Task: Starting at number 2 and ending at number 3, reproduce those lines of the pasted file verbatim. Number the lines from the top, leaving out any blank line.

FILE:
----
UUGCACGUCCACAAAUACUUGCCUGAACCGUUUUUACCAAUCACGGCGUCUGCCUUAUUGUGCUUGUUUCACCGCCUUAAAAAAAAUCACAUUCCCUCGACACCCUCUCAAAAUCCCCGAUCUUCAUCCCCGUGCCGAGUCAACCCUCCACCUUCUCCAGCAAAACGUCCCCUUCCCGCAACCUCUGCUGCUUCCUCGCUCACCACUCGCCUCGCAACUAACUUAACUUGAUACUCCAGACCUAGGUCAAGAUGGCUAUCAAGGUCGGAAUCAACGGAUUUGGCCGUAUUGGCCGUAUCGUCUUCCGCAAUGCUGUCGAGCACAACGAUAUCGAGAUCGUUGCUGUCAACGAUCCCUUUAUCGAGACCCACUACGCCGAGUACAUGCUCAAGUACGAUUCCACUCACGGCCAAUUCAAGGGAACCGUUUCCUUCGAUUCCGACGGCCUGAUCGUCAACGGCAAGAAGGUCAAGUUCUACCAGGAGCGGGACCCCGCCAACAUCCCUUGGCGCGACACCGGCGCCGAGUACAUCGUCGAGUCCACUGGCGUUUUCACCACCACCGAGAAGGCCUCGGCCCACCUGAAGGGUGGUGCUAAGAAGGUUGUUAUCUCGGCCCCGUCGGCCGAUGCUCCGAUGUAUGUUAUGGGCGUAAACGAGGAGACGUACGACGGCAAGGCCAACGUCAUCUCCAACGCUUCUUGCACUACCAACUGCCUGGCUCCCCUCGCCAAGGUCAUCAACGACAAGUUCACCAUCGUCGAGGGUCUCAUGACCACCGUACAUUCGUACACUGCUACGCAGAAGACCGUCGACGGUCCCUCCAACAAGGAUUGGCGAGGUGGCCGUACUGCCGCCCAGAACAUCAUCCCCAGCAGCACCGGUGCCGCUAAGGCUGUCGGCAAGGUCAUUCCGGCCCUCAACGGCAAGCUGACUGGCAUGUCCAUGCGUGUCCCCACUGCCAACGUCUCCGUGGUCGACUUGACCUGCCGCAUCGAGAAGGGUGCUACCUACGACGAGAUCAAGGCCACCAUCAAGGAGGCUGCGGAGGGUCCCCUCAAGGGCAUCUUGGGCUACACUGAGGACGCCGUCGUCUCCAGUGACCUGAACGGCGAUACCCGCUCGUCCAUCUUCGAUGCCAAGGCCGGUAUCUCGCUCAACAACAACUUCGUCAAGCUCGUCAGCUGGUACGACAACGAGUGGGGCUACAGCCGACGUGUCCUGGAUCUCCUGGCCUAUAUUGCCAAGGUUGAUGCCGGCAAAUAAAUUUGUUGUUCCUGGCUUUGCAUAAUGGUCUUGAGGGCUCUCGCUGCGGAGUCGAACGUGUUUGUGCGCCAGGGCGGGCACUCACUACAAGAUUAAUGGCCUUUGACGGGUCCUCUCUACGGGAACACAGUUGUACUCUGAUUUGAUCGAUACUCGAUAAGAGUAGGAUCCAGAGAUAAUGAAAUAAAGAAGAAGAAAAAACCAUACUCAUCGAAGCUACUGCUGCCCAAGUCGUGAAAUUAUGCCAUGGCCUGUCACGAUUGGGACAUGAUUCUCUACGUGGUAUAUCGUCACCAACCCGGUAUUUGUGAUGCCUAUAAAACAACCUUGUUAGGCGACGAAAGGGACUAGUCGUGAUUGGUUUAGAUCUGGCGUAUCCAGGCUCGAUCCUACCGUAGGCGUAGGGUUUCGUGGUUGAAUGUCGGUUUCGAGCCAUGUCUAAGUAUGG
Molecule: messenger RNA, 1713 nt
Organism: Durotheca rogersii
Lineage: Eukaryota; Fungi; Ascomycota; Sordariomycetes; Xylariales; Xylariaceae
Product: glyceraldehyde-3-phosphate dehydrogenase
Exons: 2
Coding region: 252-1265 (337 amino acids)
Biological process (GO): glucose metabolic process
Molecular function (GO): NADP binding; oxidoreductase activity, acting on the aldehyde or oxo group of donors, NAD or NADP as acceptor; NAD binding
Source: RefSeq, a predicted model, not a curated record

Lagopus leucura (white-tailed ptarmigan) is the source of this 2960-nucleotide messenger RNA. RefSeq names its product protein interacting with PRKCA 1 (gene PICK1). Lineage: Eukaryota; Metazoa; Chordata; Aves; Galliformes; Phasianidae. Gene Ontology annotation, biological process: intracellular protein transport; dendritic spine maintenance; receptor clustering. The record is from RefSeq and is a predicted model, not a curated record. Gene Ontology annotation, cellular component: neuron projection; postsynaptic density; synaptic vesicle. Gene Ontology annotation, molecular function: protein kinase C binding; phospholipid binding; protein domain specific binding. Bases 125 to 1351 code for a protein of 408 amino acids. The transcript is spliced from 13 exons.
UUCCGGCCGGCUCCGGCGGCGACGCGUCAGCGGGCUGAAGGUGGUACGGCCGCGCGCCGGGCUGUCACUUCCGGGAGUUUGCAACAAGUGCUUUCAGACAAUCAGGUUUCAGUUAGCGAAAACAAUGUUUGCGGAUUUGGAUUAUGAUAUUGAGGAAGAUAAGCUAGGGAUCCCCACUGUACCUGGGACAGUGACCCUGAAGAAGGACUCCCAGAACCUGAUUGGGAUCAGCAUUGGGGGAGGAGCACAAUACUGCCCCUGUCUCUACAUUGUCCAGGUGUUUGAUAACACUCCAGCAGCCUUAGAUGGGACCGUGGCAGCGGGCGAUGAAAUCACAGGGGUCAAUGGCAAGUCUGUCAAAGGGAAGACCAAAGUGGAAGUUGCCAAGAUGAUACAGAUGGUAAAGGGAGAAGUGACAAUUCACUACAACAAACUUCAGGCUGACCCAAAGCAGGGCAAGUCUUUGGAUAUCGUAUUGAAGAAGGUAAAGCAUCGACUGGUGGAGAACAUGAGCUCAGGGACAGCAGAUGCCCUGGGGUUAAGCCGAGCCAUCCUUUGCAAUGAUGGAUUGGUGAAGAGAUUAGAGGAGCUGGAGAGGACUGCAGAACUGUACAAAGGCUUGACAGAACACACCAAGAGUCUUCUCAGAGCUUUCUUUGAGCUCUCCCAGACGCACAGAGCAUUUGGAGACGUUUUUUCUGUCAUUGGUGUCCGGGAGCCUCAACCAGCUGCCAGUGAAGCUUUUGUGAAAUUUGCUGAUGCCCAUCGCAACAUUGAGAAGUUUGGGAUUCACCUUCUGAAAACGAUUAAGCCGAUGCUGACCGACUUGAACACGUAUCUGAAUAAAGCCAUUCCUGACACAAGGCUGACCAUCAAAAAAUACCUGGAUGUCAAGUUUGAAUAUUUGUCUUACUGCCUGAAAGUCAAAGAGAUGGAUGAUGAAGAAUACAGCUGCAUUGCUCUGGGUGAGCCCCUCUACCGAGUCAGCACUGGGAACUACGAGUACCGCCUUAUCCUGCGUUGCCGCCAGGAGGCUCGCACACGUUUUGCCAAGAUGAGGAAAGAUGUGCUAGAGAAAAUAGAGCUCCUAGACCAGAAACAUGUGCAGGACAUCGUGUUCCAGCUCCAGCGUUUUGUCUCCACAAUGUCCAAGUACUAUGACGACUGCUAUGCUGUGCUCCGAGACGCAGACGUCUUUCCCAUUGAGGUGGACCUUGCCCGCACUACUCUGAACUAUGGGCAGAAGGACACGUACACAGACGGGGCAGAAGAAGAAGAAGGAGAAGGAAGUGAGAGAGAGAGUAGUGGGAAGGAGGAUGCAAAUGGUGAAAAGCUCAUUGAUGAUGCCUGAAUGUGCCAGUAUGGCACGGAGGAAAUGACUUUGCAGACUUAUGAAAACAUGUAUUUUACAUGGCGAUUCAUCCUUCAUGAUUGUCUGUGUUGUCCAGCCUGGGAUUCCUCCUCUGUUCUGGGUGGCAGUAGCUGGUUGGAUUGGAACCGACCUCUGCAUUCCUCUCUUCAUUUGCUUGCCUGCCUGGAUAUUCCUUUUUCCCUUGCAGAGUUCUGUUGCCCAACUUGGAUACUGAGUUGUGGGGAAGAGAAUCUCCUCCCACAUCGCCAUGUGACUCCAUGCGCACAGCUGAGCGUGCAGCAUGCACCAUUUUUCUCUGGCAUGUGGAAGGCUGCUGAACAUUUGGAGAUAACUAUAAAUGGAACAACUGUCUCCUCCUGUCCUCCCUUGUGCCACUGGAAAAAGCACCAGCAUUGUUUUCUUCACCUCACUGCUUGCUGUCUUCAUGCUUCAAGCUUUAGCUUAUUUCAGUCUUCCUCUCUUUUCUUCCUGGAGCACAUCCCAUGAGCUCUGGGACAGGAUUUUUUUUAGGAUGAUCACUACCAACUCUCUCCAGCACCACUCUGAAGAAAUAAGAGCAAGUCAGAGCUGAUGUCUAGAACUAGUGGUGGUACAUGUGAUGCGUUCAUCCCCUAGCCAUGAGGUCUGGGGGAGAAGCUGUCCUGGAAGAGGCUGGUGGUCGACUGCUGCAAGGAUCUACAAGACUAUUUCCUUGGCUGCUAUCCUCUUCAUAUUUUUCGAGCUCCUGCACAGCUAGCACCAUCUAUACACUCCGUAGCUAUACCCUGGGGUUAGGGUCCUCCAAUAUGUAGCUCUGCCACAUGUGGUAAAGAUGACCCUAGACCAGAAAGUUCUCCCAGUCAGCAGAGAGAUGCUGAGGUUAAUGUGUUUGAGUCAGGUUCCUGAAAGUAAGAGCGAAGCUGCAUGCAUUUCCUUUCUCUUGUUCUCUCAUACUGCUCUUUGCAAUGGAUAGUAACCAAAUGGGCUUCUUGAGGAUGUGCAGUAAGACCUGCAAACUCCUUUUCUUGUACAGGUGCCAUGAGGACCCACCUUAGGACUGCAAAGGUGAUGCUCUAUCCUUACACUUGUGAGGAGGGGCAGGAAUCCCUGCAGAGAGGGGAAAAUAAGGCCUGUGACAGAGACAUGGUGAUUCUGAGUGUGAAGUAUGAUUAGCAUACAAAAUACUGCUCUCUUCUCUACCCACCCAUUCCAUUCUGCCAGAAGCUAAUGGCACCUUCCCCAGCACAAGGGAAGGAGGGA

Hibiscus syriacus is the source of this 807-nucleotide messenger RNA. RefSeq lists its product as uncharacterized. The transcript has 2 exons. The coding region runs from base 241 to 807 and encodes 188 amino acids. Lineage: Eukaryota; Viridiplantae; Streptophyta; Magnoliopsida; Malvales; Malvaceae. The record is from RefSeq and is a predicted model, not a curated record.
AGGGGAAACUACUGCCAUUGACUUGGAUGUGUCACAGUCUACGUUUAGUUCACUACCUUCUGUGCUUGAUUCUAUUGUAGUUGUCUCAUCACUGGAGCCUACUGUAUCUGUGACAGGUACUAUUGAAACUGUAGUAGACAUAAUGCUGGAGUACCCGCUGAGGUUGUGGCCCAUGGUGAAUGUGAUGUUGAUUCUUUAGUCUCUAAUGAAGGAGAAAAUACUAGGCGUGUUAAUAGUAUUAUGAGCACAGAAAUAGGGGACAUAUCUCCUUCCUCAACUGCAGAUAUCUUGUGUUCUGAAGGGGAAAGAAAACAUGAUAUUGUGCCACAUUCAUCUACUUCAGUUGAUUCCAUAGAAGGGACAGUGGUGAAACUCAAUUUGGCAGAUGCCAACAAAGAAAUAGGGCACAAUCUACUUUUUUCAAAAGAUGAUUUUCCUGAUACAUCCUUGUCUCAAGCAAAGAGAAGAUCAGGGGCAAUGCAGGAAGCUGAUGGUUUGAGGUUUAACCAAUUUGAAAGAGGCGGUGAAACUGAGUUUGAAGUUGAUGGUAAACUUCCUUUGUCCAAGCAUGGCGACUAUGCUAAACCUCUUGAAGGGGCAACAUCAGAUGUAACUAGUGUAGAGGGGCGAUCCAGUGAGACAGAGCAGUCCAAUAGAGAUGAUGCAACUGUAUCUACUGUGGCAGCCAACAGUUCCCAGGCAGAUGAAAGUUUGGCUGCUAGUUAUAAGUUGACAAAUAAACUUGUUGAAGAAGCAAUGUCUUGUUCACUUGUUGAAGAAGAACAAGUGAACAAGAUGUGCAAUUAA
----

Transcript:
Molecule: messenger RNA, 1713 nt
Organism: Durotheca rogersii